Redefining bilingual education, so that school systems are not required to teach students in their native languages in order to qualify for federal funds. The proposal represents a complete about-face from the Carter Administration's emphasis on teaching in a student's native language.

Transferring 28 programs to seven other federal agencies. The programs to be transferred include Indian education, impact aid, and international education.

Eliminating 23 programs--including aid to public libraries and migrant education programs--and repealing 11 federal commissions.

Cuts in some of the largest and most popular education programs were said by supporters to be especially troubling.

Richard E. Duffy, federal-assistance representative for the U.S. Catholic Conference, characterized as "disastrous" the proposal to reduce funding for Title I from $3.1 billion in 1981 to $1.9 billion in 1983.

"Title I has provided Catholic schools with major assistance, especially in the inner city. Practically every school district that gets Title I money" uses some of it to support programs for parochial-school students, Mr. Duffy said.

'Continued Support'

Cuts in funding for educating handicapped children met with protest from a bipartisan group of Congressmen even before the budget was released. Two identical letters, one signed by 59 senators, the other by 285 House members, asked President Reagan for "continued support for P.L. 94-142."

And several organizations concerned with vocational education held a press conference here last week to announce the results of "several major studies" that they said showed why "federal support of vocational education is critical to meeting ... employment needs."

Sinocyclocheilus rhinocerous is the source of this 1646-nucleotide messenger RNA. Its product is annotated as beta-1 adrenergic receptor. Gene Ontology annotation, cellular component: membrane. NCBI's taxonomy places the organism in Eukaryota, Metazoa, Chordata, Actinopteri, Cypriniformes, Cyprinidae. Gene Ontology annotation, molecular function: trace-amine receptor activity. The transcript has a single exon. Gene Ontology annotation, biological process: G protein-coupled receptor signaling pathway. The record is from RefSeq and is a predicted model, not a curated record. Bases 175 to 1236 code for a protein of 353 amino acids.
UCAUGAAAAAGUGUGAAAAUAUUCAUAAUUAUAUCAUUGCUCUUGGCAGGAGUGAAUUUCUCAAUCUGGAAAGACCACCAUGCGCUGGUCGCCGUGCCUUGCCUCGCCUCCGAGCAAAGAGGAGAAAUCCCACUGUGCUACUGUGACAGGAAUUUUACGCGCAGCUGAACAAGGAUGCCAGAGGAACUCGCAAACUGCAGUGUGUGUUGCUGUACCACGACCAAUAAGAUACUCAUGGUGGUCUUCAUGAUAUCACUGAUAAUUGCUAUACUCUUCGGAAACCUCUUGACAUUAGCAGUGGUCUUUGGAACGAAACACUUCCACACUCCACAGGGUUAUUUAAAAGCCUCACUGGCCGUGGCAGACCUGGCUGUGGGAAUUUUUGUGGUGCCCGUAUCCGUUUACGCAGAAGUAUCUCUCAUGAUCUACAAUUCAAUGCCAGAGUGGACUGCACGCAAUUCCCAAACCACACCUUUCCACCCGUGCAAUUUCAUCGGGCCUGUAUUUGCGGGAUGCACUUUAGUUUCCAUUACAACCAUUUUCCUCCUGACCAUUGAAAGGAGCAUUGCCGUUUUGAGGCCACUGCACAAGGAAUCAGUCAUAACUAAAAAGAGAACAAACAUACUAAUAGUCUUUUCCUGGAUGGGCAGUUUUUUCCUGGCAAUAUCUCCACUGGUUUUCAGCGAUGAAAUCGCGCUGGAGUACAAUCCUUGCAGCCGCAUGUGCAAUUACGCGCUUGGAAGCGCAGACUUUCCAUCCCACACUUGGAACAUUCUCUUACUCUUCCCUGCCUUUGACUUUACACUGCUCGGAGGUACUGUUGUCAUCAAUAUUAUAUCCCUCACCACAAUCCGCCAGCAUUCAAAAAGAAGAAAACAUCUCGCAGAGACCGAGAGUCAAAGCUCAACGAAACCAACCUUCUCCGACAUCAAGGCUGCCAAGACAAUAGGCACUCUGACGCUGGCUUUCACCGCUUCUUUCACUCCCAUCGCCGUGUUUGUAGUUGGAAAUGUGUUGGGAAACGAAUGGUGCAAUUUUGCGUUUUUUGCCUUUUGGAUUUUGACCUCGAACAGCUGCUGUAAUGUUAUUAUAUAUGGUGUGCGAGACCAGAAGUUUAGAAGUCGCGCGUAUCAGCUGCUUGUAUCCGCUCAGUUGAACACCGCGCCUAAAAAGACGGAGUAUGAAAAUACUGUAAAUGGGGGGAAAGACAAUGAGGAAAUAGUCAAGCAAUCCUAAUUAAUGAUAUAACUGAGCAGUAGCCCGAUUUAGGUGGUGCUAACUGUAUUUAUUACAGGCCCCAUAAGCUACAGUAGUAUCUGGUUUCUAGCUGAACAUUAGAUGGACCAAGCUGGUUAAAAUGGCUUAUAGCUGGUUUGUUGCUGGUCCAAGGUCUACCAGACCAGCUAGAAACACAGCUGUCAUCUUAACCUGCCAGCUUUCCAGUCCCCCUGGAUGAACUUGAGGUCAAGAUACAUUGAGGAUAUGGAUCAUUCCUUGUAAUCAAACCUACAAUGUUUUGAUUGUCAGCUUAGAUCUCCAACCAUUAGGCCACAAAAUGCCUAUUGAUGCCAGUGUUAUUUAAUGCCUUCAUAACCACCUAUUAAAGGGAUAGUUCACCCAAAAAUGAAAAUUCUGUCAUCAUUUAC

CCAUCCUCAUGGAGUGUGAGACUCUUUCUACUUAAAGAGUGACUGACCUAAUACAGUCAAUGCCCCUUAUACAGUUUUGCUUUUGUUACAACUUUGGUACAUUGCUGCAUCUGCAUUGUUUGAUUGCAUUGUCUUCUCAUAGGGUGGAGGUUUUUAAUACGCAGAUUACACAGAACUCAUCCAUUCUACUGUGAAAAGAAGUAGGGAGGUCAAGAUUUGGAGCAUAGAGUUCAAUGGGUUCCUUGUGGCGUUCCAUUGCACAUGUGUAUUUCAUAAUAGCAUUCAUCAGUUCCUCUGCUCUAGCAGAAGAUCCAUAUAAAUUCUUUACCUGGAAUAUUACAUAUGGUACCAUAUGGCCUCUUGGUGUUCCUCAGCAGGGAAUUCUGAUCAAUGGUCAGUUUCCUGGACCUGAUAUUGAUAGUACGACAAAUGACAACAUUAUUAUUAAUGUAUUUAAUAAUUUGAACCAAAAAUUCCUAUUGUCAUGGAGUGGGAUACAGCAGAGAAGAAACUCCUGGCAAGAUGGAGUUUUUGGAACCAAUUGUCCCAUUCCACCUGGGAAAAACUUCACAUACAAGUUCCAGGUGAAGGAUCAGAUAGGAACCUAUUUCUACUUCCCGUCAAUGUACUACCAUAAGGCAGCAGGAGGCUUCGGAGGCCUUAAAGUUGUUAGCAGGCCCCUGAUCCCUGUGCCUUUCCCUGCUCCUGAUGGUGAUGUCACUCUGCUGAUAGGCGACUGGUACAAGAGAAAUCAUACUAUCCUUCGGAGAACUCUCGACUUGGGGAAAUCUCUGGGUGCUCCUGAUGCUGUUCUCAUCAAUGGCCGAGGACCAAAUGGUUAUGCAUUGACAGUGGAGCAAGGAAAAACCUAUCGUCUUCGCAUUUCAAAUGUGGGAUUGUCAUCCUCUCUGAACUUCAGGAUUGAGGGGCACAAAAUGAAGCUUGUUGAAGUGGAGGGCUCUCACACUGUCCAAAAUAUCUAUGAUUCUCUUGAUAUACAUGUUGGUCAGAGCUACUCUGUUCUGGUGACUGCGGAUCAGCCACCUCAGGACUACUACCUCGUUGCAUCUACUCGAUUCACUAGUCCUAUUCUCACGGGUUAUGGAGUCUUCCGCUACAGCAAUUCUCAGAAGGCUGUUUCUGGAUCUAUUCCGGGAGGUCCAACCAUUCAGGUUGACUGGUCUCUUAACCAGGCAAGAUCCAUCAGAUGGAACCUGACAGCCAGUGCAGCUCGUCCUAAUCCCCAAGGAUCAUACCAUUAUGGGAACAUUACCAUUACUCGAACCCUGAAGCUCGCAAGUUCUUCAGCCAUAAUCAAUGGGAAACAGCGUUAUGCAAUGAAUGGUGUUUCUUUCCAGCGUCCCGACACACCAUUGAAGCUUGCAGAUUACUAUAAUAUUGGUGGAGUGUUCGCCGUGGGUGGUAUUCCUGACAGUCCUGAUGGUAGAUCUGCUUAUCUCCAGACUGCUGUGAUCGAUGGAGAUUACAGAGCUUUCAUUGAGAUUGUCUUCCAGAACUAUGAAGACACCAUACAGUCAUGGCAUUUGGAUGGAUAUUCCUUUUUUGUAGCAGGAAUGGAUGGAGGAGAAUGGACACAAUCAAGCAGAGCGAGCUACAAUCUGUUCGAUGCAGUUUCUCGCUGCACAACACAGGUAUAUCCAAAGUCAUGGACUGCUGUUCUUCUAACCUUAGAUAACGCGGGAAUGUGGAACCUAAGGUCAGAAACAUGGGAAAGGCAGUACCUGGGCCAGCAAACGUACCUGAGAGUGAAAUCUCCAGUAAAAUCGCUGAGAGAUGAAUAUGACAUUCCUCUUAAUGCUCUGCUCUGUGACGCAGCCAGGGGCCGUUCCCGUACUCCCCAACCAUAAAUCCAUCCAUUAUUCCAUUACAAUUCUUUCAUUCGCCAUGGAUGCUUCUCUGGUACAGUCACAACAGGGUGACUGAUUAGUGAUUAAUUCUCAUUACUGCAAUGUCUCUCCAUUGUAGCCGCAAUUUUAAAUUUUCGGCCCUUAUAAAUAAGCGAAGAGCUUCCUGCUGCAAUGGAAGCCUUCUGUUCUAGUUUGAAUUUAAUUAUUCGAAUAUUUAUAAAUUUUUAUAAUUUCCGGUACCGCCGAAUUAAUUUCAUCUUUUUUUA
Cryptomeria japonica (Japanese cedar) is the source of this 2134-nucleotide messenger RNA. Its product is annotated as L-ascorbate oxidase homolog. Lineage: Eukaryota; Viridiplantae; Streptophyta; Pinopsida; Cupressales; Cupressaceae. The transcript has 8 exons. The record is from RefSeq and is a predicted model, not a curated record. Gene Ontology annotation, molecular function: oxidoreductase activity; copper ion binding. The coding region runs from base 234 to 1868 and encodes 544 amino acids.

The Administration's budget also included a one-sentence reference to a tuition tax-credit proposal that "the Administration will transmit to Congress ...later in the year."

That item, the revenue loss from which was not accounted for in the fiscal 1983 budget, did not please Mr. Duffy of the Catholic conference.

"The Administration is reneging on all sorts of promises that the President made to the private-education community," he charged. "He came before a body of Catholic school superintendents in October 1980 in Columbus, Ohio. He said definitely that he was going to push tuition tax credits. So far all it's been is promises."

Another national Catholic-school group, the executive committee of the Chief Administrators of Catholic Education, has sent a telegram to the President, saying members were "surprised and concerned at the lack of any mention of tuition tax credits" in the State of the Union Address. The group urged the President to include tax credits in his 1983 budget proposal.

Likewise, Robert L. Smith, executive director of the Council for American Private Education, said he was "disappointed there wasn't a provision for tuition tax credits made in the budget. We're fearful that this will make it difficult if not impossible to pass tuition tax credits in this session of Congress."

Mr. Smith said he "would want to see the money for tuition tax credits coming out of the military budget, not out of the education budget.

"We're concerned with the national priorities that seem to be not toward the improvement of the lives of people but an effort to maximize military preparedness," he said.